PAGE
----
There is a lot of welcome 'revolutionary intent' out there right now, and I, for one, am looking forward to what this all looks like in practice going forward.  However, I hope white churches, organisations and leaders don’t leave us behind in your bid to make the world a better place for us, or worse come up with strategies and activities that you think will do us good, in the absence of a variety of informed black voices… This has happened far too often in the past and unfortunately the oversight and subsequent imposition...  leaves behind the impression that Black Lives (feelings, needs, ideas, convictions, contributions) still don’t really matter all that much to you…

Hopefully this will help you get M.A.D. with the world (making a difference)!

3.      Finally, there are those who don’t see the need to be M.A.D. with the world when it comes to such matters and the silence from them has been deafening and disappointing...

The following statement is often attributed to 18th century statesman Edmund Burke or 19th century John Stuart Mill, “The only thing necessary for evil to triumph is for good men (and women) to do nothing.”  In this moment, I don't really care who said it, I just know it to be true.

If I received a penny every time someone insisted that my experiences or convictions about racism were invalid or simple misperceptions, misinterpretations and misunderstandings, ‘there is no problem here’, ‘I wasn’t being racist’ or who love to cite the most improbable exceptions or assert, ‘we’re all racists!’  I’d be moderately rich by now (as you can see a penny is NOT a lot of money nowadays)!

I used to believe that some Christian brothers and sisters, were simply unaware of the impact and implications of racism (and it transpires that some really are unaware) but I have also reached the conclusion that others are simply unconcerned.  They are not concerned enough to do their own reading, research, exploration or even to take the time to listen to black voices.  They are not even concerned enough to consider what all this has to do with 'preaching the gospel'.  So, I have to confess that these days, unless someone has at least made an attempt to familiarise themselves with matters of race and racism, there are some conversations that do me more harm than they do them good, so I simply don’t have these conversations anymore. 

Please don’t misunderstand me, someone needs to have these conversations, it just doesn’t need to be me.  As it turns out, these same people can be persuaded by others from their own communities who look and sound like them.  So, if you know people who repeat the kind of stuff I’ve just mentioned, I and others like me, need you to get M.A.D. with your world and step up, speak out and challenge them before I have to.

I recognize there are some people I will never convince to be M.A.D. with the world regarding this matter.

But as for me… I have a lot to be M.A.D. with the world about!

If you’re looking for resources, follow the links and/or try some of the following:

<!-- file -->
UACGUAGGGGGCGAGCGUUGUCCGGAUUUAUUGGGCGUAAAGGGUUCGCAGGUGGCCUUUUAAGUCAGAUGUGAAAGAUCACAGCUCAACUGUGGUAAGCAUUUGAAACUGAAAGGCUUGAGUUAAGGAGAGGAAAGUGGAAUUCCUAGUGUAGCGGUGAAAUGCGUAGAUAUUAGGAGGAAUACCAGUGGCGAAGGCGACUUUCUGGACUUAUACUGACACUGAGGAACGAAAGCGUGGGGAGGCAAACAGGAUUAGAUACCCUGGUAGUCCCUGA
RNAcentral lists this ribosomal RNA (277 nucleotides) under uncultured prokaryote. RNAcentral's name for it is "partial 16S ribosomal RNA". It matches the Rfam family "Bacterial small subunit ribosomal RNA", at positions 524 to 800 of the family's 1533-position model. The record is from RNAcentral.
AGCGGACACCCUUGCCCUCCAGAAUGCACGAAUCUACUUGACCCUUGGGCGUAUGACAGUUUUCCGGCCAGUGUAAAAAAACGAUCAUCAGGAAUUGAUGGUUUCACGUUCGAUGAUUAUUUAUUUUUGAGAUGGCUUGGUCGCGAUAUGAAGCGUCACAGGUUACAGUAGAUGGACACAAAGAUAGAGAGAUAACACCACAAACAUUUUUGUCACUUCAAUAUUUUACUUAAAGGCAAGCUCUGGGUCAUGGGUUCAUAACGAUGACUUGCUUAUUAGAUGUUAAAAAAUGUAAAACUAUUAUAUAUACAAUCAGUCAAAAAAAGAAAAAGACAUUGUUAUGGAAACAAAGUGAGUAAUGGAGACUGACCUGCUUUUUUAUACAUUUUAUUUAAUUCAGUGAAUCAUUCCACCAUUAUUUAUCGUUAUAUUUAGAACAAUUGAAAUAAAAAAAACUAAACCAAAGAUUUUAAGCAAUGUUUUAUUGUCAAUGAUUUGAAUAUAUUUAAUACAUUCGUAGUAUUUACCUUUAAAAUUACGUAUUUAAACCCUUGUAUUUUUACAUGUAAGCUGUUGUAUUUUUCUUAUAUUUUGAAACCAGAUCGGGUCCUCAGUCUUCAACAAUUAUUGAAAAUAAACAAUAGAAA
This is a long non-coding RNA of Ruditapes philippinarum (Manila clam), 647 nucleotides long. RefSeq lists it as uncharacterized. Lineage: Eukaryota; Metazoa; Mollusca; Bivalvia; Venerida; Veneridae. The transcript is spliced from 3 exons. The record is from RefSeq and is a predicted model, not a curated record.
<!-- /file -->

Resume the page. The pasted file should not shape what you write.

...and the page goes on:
We Need To Talk About Race: Understanding the Black Experience in White Majority Churches by Ben Lindsay

Silent Racism by Barbara Trepagnier

Why I’m No Longer Talking to White People About Race by Reni Eddo-Lodge

Me and White Supremacy: How to Recognise Your Privilege, Combat Racism and Change the World by Layla Saad and Robin DiAngelo

United by Faith: The Multiracial Congregation As an Answer to the Problem of Race by Curtiss Paul DeYoung

Coming Together in the 21st Century: The Bible's Message in an Age of Diversity by Curtiss Paul DeYoung

youtu.be/mbI3ir12W7M We need to talk about Race

https://www.theguardian.com/commentisfree/2020/jun/03/racism-george-floyd-britain-america-uk-black-people?CMP=share_btn_fb&fbclid=IwAR2q9vBndjanTymw3wAVS7xiBtN2xeOpL_w3KWCeYBCtwuNmvZTnI7pdapE The racism that killed George Floyd was built in Britain

https://goodblacknews.org/2016/07/14/editorial-what-i-said-when-my-white-friend-asked-for-my-black-opinion-on-white-privilege/ What I said when my white friend asked for my black opinion on white privilege

https://www.facebook.com/PeoplesMomentum/videos/689491855182448 Racism is not just an American problem 


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About the author

Rev Dr Kate Coleman

Rev Dr Kate Coleman is the founding director of Next Leadership. She has well over 30 years of leadership experience in the church, charity, voluntary and business sectors, and is a mentor and coach to leaders from diverse sectors, backgrounds and communities.

Kate completed a term as Chair of the Evangelical Alliance Council (2012-2014), is a former president of the Baptist Union of Great Britain (2006-2007), and a Baptist Minister.

A popular speaker and lecturer, Kate has gained a reputation as a pioneer, visionary and an inspiration too many. She is a strategic advisor who mentors, coaches and supports leaders and organisations locally, nationally and internationally. Recognised as one of the 20 most influential black Christian women leaders in the UK. 

Her network extends across all sectors and church denominations. Kate is the author of 7 Deadly Sins of Women in Leadership. Her media contributions include the mainstream press, radio and TV. Kate is a Certified Stakeholder Centered Coach and a Fellow of the Royal Society of Arts (FRSA).